Alabama took care of things once again at home Saturday, toppling Southern Miss 52-12 behind a big day from quarterback Blake Sims and another huge day from Amari Cooper, as ESPN SportsCenter noted:

The win allowed the Crimson Tide to remain No. 2 overall in the Amway poll, but they couldn't climb past Oregon in the AP and will look to make a statement next weekend against Florida.

It's no surprise that all of them are still looking up at Florida State. The Seminoles were on a bye this weekend but face Clemson on Sept. 20, and a big win there will further validate their No. 1 spot for the defending champs.

Analyzing the Week 4 standings too much can be counterproductive with so many games on tap in upcoming weekends that will shake things up even more. The only guarantee is change, and that is being proven in 2014 yet again.

Whether it's USC slipping up after a big upset of Stanford, Virginia Tech losing following the Ohio State win or South Carolina bouncing back to beat Georgia after their early-season shortcomings, early signs for many teams have been up-and-down. 

If those trends continue, we could be in for one of the craziest college football seasons yet—and that's saying something.

 

Stats via ESPN

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College Football Playoff 2014: Updated Outlook After Release of Week 4 Rankings

There was a whole lot of offense in Week 3 of the 2014 college football season.

Ohio State dropped 66 points on Kent State in a shutout. Baylor notched 63 against Buffalo. Alabama torched the Southern Miss defense for 52. And those results were just the tip of the iceberg.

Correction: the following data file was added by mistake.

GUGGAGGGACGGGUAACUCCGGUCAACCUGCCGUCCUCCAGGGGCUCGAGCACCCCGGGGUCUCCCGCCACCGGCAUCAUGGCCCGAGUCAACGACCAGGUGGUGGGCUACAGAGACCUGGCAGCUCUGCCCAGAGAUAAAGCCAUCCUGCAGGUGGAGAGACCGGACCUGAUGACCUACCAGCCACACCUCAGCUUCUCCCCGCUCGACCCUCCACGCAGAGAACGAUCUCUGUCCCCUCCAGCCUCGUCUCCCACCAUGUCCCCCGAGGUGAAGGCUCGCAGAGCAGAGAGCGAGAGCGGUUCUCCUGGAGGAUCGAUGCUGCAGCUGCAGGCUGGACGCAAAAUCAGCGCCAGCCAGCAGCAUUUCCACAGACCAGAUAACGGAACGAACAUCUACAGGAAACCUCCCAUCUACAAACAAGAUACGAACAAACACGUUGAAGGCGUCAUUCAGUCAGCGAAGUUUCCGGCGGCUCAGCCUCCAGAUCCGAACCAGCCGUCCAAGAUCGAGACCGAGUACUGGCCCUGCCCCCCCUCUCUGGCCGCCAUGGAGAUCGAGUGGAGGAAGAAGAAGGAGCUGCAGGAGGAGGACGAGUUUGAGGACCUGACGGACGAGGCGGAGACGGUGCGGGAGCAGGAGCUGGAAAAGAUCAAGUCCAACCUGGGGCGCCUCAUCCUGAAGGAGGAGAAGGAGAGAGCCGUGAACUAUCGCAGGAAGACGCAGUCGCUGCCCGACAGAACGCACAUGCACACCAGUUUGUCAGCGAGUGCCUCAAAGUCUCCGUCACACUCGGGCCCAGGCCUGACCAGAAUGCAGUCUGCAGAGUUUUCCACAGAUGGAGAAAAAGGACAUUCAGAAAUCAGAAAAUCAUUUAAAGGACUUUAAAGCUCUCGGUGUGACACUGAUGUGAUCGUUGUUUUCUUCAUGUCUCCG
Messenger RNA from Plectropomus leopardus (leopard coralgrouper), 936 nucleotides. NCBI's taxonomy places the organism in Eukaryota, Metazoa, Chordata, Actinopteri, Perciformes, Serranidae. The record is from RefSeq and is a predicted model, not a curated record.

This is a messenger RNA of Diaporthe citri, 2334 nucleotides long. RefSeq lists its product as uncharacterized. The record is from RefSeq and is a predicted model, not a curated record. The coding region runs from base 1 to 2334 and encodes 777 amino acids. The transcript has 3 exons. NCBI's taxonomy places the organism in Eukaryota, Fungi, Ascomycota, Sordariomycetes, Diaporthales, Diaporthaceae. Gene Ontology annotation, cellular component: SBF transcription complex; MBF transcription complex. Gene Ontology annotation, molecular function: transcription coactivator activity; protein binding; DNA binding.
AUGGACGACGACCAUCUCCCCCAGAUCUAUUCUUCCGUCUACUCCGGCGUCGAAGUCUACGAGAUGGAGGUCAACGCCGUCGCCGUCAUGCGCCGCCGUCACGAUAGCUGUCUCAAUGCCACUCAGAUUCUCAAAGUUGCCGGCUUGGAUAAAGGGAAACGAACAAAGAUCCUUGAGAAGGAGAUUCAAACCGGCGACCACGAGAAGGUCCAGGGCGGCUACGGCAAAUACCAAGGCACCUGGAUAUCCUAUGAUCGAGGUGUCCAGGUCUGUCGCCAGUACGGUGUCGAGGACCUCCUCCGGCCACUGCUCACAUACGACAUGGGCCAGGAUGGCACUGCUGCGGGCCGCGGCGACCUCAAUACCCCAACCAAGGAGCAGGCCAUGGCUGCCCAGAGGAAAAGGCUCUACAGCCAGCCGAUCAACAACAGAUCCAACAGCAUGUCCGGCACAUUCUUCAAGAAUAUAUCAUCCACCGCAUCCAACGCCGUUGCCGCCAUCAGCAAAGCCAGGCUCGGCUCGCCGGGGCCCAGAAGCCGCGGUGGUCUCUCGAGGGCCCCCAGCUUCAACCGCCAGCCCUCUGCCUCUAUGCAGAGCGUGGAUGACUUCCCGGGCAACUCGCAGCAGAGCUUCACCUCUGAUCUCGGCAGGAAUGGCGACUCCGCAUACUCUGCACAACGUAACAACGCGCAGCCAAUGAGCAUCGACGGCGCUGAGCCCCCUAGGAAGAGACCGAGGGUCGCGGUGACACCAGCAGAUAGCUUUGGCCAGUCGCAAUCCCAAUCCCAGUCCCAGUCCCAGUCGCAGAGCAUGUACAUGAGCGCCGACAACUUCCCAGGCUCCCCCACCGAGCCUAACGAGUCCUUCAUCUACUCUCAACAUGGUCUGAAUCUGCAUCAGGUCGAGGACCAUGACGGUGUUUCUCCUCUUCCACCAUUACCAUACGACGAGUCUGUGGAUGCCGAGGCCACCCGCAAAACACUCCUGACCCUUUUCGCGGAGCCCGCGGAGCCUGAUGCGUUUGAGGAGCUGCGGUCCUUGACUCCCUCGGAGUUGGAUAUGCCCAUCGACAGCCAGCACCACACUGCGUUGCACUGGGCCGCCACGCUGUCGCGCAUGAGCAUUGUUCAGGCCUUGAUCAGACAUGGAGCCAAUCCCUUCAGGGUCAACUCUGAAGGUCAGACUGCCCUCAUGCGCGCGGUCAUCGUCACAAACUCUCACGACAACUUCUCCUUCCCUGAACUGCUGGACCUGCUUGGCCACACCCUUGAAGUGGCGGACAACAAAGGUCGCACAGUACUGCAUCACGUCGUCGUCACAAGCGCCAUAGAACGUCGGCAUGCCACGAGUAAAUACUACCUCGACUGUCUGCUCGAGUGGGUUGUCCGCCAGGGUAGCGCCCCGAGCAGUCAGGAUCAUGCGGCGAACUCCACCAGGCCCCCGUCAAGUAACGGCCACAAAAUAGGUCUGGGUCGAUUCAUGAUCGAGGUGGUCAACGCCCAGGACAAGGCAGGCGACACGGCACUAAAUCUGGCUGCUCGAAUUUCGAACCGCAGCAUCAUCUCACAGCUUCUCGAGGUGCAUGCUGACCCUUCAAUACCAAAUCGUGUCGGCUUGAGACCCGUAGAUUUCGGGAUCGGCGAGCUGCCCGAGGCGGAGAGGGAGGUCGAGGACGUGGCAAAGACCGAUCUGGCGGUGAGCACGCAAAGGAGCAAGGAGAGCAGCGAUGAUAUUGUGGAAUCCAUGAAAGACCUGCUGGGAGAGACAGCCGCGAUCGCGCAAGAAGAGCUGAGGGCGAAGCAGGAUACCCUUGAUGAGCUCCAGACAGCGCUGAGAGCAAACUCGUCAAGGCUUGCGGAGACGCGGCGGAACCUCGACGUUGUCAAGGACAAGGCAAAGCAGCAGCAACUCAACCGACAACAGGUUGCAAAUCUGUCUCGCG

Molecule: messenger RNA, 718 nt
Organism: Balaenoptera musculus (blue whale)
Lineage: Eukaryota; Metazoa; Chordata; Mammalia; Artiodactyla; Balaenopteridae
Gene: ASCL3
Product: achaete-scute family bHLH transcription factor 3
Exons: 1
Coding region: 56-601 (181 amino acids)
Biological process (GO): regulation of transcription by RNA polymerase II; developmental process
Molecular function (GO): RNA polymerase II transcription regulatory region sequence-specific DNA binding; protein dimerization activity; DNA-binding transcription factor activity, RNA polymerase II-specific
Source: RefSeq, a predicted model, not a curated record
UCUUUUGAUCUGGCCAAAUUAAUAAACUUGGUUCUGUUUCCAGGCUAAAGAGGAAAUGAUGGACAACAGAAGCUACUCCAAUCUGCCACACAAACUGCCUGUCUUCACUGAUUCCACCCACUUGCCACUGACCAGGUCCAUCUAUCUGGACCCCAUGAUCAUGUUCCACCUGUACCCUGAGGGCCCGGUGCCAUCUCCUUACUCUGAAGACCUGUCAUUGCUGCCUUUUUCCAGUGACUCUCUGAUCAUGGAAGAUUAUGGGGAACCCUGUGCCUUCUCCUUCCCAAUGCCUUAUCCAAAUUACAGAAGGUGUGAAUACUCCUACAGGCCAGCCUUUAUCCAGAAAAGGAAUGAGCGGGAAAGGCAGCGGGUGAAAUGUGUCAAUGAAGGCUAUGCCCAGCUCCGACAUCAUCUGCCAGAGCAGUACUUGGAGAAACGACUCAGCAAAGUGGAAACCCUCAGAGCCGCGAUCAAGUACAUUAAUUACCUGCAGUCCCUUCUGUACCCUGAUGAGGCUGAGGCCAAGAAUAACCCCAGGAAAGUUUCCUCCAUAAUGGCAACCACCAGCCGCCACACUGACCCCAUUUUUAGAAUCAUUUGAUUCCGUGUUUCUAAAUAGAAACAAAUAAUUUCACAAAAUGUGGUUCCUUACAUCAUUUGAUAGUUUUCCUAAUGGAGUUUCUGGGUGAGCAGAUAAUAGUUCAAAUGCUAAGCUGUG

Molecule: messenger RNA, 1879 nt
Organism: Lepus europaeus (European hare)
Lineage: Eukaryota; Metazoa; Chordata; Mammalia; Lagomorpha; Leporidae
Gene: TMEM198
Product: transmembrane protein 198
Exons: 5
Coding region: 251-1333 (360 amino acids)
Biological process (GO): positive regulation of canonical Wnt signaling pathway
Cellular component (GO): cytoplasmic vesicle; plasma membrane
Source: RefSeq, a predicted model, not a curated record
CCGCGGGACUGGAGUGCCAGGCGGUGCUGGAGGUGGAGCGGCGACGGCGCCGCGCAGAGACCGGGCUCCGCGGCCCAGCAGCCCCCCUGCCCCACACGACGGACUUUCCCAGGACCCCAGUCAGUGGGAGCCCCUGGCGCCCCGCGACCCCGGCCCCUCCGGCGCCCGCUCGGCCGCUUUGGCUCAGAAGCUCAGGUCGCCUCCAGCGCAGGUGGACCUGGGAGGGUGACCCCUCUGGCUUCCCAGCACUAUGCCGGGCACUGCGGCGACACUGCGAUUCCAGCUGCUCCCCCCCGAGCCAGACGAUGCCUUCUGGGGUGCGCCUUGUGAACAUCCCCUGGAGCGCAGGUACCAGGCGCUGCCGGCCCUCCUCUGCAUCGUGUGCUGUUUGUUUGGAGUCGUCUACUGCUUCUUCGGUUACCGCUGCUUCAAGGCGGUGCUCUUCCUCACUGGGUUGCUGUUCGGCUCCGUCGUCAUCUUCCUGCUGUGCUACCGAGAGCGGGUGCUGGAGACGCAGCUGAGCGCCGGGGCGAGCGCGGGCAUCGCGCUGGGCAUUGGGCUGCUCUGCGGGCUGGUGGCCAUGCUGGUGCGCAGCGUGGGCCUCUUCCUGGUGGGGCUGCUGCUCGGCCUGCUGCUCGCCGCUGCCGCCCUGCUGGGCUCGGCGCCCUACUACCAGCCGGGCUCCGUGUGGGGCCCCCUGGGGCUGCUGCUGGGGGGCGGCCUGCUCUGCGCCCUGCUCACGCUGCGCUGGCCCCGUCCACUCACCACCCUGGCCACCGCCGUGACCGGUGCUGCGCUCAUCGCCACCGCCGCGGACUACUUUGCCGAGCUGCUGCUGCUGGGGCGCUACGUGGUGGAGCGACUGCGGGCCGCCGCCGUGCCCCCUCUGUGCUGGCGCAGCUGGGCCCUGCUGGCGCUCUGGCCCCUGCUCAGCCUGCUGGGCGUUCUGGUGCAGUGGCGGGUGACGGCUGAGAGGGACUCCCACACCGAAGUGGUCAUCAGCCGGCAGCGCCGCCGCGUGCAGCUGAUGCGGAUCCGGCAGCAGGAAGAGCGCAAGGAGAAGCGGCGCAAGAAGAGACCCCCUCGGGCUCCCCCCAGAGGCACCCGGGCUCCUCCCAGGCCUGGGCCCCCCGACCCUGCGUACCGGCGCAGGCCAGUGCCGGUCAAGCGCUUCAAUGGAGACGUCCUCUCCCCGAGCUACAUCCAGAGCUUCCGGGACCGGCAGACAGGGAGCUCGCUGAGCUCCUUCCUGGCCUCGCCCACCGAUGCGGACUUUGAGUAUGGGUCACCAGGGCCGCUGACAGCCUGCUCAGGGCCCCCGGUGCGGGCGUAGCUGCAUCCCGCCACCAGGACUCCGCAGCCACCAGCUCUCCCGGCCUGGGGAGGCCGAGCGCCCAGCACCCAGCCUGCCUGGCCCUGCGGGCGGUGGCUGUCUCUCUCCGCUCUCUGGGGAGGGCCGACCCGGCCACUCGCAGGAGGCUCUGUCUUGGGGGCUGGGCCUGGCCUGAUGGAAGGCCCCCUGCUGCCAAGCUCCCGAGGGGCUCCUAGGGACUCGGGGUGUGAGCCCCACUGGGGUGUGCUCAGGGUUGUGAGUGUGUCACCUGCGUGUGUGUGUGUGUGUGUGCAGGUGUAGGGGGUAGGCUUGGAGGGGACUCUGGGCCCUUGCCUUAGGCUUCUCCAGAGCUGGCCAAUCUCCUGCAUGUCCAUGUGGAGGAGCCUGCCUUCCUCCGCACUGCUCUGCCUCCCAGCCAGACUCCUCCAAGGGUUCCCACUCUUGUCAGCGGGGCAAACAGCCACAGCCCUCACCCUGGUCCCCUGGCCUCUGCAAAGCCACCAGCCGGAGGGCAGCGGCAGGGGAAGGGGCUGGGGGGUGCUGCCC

Ranked teams were largely successful in Week 3. Georgia, USC, Virginia Tech and Louisville were unable to beat their opponents, though the Bulldogs loss came at the hands of the South Carolina Gamecocks.

With Week 3 now in the books, it's time to look ahead to Week 4. The college football season is in full swing. While the standings will continue to shift week to week, each passing game day will bring more clarity to the playoff picture.

Below are the updated rankings after Week 3.

 

Outlook

The Florida State Seminoles weren't in action during Week 3, but that doesn't mean they need to be bumped from the top spot. There's plenty of reason to love this squad just as much as last year's national championship team.

Jameis Winston is a Heisman candidate, and the offense has looked solid through two games—granted, Oklahoma State and Citadel aren't exactly the cream of the crop of college football.

Another Heisman candidate, Marcus Mariota, put on an absolute show on Saturday. The Oregon Ducks signal-caller completed 19-of-23 passes for 221 yards and two touchdowns against Wyoming. He also ran five times for 71 yards and another two scores.

Mariota drew rave reviews from Wyoming head coach Craig Bohl, who spoke to reporters after the game.